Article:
Reconviction rate in Scotland remains at lowest level in 20 years

The reconviction rate in Scotland remains at a record low
The reconviction rate in Scotland remains at a record low
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A quarter of offenders in Scotland commit another crime within a year of their previous conviction, the joint lowest level on record in 20 years.

Just over a quarter of offenders (27.2%) were reconvicted within a year in 2016-2017, official figures published today have revealed.

It means the average number of reconvictions per offender - a measure of how often offenders are reconvicted - was 0.48 during that period. Both figures are the same as they were for the previous period in 2015-2016.

Justice secretary Humza Yousaf said he hoped MSPs will back proposed reforms to increase the use of community-focused sentences.

There is already a presumption against the courts passing prison sentences of three months or less. The Scottish Government wants to extend that presumption to prison terms of less than 12 months. MSPs are due to vote on the issue later this week.

The reconviction rate has generally fallen in Scotland over the last 20 years. In the decade between 2007-08 and 2016-17, the reconviction rate decreased from 31.2% to 27.2%.

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Over the same period, the average number of reconvictions per offender decreased by 16% from 0.57 to 0.48. As in previous years, male offenders were reconvicted more often, on average, than female offenders.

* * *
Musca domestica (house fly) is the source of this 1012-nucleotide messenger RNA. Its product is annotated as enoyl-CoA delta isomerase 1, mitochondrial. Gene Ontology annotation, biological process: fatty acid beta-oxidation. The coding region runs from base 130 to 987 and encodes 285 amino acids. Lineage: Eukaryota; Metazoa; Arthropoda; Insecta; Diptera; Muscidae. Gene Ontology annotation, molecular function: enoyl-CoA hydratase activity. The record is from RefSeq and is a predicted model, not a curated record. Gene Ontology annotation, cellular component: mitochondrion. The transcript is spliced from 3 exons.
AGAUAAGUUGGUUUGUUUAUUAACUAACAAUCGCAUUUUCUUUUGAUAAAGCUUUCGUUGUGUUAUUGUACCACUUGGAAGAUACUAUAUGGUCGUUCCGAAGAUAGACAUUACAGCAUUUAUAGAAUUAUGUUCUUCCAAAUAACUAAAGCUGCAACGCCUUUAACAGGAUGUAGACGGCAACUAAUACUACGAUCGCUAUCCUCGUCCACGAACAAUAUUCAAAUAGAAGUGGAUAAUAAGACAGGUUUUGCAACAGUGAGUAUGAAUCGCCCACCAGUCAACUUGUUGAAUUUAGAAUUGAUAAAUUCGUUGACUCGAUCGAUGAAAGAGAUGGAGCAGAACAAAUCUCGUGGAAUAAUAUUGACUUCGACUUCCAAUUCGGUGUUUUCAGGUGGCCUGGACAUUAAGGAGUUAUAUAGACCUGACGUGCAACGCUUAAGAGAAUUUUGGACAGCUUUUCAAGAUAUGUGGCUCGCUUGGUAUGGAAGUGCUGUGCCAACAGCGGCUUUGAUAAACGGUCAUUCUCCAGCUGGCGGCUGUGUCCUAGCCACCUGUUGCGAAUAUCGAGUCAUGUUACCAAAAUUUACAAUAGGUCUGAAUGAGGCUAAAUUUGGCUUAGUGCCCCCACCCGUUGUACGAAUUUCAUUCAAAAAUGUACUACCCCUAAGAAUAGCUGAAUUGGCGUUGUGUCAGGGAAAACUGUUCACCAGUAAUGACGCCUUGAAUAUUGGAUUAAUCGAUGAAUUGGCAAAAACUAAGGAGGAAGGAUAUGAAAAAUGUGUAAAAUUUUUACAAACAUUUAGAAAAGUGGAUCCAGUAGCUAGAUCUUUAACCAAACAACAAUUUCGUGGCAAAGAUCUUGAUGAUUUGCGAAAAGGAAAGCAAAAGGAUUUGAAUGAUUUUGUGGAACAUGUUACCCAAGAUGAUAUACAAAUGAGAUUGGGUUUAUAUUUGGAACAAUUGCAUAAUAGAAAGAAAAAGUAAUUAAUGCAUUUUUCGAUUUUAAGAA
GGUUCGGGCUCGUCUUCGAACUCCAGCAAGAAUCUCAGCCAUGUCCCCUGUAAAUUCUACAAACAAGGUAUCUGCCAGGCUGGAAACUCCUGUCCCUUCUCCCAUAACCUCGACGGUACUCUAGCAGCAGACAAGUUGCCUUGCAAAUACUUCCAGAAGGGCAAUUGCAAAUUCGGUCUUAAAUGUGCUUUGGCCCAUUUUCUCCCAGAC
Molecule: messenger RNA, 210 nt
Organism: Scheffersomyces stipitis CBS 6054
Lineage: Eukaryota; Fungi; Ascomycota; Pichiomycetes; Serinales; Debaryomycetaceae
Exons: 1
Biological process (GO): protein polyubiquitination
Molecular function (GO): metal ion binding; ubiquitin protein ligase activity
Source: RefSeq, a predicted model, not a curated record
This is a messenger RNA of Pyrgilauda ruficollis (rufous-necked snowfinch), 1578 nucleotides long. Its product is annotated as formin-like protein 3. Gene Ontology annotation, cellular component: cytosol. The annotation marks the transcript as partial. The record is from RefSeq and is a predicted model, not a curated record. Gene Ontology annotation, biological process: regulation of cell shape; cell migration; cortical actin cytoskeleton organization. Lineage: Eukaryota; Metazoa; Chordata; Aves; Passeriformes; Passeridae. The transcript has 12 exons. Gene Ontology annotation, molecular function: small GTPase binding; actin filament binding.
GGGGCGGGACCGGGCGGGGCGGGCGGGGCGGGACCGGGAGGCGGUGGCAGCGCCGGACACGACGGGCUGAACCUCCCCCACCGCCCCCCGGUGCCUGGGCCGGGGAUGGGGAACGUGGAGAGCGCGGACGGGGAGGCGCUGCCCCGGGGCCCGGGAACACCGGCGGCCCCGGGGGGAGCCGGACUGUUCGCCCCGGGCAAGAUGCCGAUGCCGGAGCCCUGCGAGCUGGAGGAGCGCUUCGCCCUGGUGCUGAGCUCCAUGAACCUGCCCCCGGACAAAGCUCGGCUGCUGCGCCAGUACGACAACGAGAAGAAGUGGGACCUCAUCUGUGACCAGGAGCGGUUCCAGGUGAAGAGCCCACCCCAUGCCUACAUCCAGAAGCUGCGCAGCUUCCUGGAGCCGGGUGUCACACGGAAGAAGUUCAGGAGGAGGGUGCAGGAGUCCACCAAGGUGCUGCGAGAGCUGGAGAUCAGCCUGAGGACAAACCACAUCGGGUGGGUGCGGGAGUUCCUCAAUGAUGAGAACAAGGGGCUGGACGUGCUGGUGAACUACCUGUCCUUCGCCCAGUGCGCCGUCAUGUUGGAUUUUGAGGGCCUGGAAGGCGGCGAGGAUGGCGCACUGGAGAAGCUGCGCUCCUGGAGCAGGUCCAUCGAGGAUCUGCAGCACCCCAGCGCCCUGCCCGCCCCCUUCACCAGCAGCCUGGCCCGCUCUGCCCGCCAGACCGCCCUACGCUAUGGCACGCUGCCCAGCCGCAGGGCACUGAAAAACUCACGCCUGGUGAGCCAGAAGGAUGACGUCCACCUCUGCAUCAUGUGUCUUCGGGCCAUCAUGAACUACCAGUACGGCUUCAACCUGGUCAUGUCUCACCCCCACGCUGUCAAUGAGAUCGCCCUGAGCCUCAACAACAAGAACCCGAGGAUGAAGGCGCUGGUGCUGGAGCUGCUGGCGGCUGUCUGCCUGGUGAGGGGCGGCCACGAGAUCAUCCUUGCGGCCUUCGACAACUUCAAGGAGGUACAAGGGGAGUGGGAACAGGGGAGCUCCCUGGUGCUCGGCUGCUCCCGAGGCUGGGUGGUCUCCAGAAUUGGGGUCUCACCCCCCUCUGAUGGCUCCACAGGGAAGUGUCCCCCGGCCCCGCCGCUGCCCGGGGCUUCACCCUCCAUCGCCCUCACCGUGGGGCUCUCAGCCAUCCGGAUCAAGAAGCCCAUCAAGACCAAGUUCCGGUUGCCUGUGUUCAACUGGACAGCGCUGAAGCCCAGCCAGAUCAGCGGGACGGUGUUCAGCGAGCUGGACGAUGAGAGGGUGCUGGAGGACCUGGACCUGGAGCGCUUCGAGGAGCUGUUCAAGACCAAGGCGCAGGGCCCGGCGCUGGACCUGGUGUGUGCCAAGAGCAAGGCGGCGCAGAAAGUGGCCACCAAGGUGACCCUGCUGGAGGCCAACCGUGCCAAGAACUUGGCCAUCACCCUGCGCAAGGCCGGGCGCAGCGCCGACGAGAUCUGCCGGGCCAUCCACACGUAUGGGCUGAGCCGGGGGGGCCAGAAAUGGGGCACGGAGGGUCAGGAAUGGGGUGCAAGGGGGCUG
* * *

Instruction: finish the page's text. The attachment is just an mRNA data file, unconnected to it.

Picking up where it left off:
In the latest statistics, the average number of reconvictions per offender for male offenders was 0.49, compared to 0.43 for female offenders.

Reconviction rates and the average number of reconvictions for men were near identical between 2015-16 and 2016-17 but slightly increased for women over the same period.

Offenders who committed a crime of dishonesty had the highest average number of reconvictions per offender during the latest period (0.94), whereas offenders who committed a sexual crime had the lowest average number of reconvictions per offender (0.16).

The reconviction rate for custodial sentences was 42.3% - a decrease from 43.7% in 2015-16, while the average number of reconvictions for custodial sentences decreased by 5% from 0.86 to 0.82 over the same period.

For the most commonly used community sentence, community payback orders (CPOs), the rate of reconvictions was 31.2% in 2016-17 - similar to the figure of 31.1% 2015-16.

On average, the number of reconvictions per offender for CPOs was 0.55 in 2016-17, which was the same as the previous year.

The analysis suggested offenders released from a short prison sentence of 12 months or less were reconvicted nearly twice as often than those sentenced to serve CPOs.

Mr Yousaf said: "Scotland's justice system now provides a broad range of disposals to deal with people who commit crime, with robust sentences to ensure those convicted in the courts pay their debts to society, while helping many - indeed a majority - to turn their lives around and contribute positively to their families and communities.

"I hope Parliament will this week back our reforms to step up the use of community-focused sentences such as CPOs as more effective alternatives to often counter-productive short prison terms of 12 months or less - where about half of those released are reconvicted, and a third returned to custody, within a year.

"Clearly there will always be serious crimes where the court decides prison is the right sentence and we continue to support Scotland's hard-working prison staff and third-sector partners to help challenge and ideally transform the lives of people in or leaving custody."

He added: "Our firm focus on rehabilitation and reintegration has helped achieve a reconviction rate over the last two years that is the lowest since comparable records began 20 years ago.

"This remains a key focus of Scotland's modern justice system in order to continue reducing reoffending - in turn, helping to keep crime down and communities safe, with fewer victims."